ESPN Co-Host Jemele Hill returned to work this week after a two-week suspension for tweets on her personal account that, according to the network, violated its social media policy. She’s back, but for how long?
The four-letter sports behemoth perhaps is guilty of practicing a double standard, Shireen Ahmed last week told the MSR from her Toronto home office. “I was frustrated with her suspension because I thought it was weak,” opined the sports activist, freelance writer and public speaker who focuses on Muslim women and the intersection of racism and misogyny in sports. Her work is regularly featured on Edge of Sports Radio, The Globe and Mail (Toronto) and Muslim Voices, among other media.
Hill was hired for her outspokenness and her unapologetic opinions. “She expresses her opinions. She is able to communicate articulately and intelligently how she feels,” Ahmed pointed out. “She is going to say what she knows is true, and say what’s sincere.”
But Hill supposedly crossed the social media line for the second time after being warned for her tweet that Donald Trump is a “White supremacist.” Of Hill’s last tweet that called for fans to stop buying a particular NFL team product, Ahmed said, “They didn’t like that because it is not part of their brand.”
The network loves it when Hill “talks about being hit with racism and misogyny. She can talk about her experiences and make them look good. But they don’t like it when she talks about other stuff,” noted Ahmed.
Here lies the double standard: ESPN is in bed with the NFL as a broadcast partner, showing weekly games, its draft, and other related programming. Then ESPN recently doubled down when they partnered with Barstool Sports, a satirical sports and men’s lifestyle blog whose founding president once called an ESPN female reporter a “slut” during a radio interview.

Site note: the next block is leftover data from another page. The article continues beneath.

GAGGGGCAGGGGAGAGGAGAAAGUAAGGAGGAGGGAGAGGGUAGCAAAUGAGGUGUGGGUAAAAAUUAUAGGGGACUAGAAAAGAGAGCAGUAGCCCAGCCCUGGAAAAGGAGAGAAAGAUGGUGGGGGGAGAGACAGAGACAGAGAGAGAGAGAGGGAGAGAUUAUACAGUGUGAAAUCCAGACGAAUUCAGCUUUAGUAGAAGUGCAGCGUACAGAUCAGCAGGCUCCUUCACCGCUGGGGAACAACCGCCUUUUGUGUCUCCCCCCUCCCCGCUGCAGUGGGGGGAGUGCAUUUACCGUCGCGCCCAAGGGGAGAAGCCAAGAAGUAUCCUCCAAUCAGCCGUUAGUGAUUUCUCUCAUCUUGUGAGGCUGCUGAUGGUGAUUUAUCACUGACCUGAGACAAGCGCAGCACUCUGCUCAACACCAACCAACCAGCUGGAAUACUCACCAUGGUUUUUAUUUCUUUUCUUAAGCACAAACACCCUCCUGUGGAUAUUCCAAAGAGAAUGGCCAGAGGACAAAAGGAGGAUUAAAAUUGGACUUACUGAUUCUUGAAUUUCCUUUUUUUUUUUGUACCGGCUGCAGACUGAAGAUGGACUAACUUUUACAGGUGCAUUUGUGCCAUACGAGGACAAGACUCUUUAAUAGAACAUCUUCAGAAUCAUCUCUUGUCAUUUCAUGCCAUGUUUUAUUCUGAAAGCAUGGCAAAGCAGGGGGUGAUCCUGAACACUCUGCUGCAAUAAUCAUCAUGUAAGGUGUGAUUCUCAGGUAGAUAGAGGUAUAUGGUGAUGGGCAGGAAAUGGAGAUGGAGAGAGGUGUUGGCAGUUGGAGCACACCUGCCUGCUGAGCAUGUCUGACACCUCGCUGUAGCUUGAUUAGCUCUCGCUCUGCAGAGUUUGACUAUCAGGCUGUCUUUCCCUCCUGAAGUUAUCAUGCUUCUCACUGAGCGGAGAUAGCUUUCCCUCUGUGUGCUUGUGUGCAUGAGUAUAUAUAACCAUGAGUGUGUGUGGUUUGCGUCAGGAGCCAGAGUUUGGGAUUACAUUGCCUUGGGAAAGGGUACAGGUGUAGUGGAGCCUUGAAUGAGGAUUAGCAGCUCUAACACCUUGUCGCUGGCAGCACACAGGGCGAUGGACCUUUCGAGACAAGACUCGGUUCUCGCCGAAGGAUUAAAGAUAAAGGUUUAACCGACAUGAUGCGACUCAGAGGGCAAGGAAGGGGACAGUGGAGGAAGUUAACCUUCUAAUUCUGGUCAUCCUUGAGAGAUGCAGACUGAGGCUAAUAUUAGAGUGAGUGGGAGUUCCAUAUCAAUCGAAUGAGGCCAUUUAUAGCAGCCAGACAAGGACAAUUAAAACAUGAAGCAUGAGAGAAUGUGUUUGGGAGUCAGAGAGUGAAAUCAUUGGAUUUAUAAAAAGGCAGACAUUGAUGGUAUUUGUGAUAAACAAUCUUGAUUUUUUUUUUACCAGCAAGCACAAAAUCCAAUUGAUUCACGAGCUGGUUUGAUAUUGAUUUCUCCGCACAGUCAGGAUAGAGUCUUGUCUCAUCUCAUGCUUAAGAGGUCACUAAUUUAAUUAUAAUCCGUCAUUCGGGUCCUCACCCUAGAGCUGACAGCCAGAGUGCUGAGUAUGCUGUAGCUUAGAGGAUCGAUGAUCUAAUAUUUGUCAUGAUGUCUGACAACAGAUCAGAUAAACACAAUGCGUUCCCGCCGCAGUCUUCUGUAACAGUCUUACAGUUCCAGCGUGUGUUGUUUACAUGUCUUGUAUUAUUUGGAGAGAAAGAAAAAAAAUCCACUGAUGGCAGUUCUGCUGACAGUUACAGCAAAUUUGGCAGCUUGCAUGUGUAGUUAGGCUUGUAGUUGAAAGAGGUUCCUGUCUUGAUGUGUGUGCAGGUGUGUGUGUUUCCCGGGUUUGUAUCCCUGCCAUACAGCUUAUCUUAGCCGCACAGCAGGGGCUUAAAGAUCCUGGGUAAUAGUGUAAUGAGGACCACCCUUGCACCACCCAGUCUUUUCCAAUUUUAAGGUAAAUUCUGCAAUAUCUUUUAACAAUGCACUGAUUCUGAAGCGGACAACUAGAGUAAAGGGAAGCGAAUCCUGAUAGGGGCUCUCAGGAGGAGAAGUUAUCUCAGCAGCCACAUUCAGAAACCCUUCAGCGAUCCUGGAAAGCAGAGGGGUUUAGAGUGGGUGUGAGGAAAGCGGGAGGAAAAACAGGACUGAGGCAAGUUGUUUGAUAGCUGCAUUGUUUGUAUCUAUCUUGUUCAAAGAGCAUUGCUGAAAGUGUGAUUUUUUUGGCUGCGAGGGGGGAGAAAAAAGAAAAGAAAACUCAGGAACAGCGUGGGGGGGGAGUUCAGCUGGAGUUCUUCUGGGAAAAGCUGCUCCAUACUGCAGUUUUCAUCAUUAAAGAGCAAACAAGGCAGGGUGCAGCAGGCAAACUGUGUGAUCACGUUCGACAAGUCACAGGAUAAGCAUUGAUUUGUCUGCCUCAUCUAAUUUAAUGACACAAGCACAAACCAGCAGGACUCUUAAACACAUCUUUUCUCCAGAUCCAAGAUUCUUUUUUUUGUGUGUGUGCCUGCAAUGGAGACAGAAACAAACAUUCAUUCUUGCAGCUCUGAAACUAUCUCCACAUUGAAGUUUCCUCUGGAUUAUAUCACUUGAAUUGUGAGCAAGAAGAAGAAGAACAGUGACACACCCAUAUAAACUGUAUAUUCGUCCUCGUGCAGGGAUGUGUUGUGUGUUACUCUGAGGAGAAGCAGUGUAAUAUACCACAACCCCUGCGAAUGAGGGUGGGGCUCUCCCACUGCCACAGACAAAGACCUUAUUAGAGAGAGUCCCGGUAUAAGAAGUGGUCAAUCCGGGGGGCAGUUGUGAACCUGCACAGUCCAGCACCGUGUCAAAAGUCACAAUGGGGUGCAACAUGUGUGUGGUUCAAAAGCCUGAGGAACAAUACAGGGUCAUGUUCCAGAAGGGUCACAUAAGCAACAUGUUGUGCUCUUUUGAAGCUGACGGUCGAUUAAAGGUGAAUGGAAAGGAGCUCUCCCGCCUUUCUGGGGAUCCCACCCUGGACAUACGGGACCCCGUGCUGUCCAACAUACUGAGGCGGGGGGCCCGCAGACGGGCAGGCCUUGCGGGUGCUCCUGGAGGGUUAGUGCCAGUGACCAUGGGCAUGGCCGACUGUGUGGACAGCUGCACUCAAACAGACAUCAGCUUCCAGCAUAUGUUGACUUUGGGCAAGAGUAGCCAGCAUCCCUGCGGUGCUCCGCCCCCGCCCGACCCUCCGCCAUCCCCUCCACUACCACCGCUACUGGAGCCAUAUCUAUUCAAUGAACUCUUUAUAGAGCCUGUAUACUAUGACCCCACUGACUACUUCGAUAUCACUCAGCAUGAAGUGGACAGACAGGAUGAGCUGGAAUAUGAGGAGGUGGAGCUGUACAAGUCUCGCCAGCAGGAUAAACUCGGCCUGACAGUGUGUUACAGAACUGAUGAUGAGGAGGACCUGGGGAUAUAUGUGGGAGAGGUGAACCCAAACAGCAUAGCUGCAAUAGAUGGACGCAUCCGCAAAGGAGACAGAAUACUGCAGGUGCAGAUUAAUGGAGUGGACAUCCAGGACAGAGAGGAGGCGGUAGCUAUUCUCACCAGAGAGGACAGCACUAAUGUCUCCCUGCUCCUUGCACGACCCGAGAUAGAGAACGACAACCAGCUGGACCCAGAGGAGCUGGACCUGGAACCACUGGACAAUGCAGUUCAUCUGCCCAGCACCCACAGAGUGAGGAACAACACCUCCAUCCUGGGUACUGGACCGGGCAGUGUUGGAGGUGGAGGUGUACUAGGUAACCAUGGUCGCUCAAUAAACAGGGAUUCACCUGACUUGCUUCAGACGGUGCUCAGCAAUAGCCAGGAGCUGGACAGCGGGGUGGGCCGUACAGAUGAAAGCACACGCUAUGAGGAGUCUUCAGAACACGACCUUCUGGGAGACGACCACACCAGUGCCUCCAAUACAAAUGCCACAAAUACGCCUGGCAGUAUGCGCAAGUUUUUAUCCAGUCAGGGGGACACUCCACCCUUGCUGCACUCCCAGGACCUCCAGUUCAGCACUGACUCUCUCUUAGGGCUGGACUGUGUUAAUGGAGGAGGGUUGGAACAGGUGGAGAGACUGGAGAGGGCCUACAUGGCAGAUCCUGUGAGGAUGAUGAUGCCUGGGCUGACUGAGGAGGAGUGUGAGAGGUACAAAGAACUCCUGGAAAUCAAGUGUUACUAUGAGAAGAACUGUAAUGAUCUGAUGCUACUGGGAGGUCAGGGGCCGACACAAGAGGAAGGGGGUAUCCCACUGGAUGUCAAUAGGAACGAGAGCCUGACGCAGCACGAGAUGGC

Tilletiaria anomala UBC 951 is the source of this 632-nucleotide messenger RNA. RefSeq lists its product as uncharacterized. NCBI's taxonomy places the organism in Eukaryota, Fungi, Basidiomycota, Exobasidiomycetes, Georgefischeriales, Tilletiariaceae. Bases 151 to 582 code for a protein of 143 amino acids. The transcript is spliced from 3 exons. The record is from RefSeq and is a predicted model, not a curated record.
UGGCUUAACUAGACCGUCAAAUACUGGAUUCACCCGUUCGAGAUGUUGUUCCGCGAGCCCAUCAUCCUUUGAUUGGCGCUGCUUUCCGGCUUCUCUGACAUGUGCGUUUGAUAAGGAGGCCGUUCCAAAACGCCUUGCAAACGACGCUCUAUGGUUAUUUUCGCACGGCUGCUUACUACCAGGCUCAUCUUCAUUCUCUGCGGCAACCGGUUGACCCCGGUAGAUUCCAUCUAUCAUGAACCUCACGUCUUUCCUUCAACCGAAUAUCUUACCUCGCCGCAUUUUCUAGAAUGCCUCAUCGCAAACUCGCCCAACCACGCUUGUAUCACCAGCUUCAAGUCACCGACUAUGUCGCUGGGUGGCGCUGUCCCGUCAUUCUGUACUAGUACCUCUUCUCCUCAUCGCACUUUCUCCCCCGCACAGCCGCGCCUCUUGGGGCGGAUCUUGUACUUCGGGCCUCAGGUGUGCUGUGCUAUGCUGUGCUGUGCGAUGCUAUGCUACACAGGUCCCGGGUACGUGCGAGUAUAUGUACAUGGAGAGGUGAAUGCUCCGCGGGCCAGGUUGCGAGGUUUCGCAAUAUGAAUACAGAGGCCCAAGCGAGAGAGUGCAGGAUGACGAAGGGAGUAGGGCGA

Sue Carter, in a recent Fortune commentary, wrote that Barstool often features “crude talk about women.” Now the network is airing a television show featuring Barstool people.
“I don’t consider ESPN with the most integrity,” Ahmed said. “I never look at ESPN as a lighthouse of integrity or morality.”
Before Hill got suspended, the White House called for her firing, making this perhaps the first time in modern history a U.S. president made such demands on a sports journalist. “Your president is ridiculous,” said Ahmed. “The whole world knows this.”
We asked how Canadians are seeing what’s going on these days with American pro football, with its players, especially Black players, protesting police brutality and other injustices that many, including the president, call unpatriotic.
“The issue of taking a knee…is being co-opted,” observed Ahmad. “We get Fox News up here. We get CNN.”
Canada isn’t immune to such injustices. An unarmed Arab youth was killed by a police officer in Toronto who was later cleared of this, Ahmad recalled. “I think Canadians are less quick to admit that we have a problem with racial injustices here as well. It is not only against Black folk. It’s against people of color, trans folk. This whole country was built on genocide of indigenous people.”
So Hill is back on television, but again the question is for how long. She said last weekend on a posted TMZ Sports video that she’s not mad at her bosses. But is that proverbial third strike as she waits for her employers to tag her out.
She has “put herself out there and is brave about it… That takes courage,” Ahmad said.
Charles Hallman welcomes reader responses to firstname.lastname@example.org.
Charles Hallman is a contributing reporter and award-winning sports columnist at the Minnesota Spokesman-Recorder.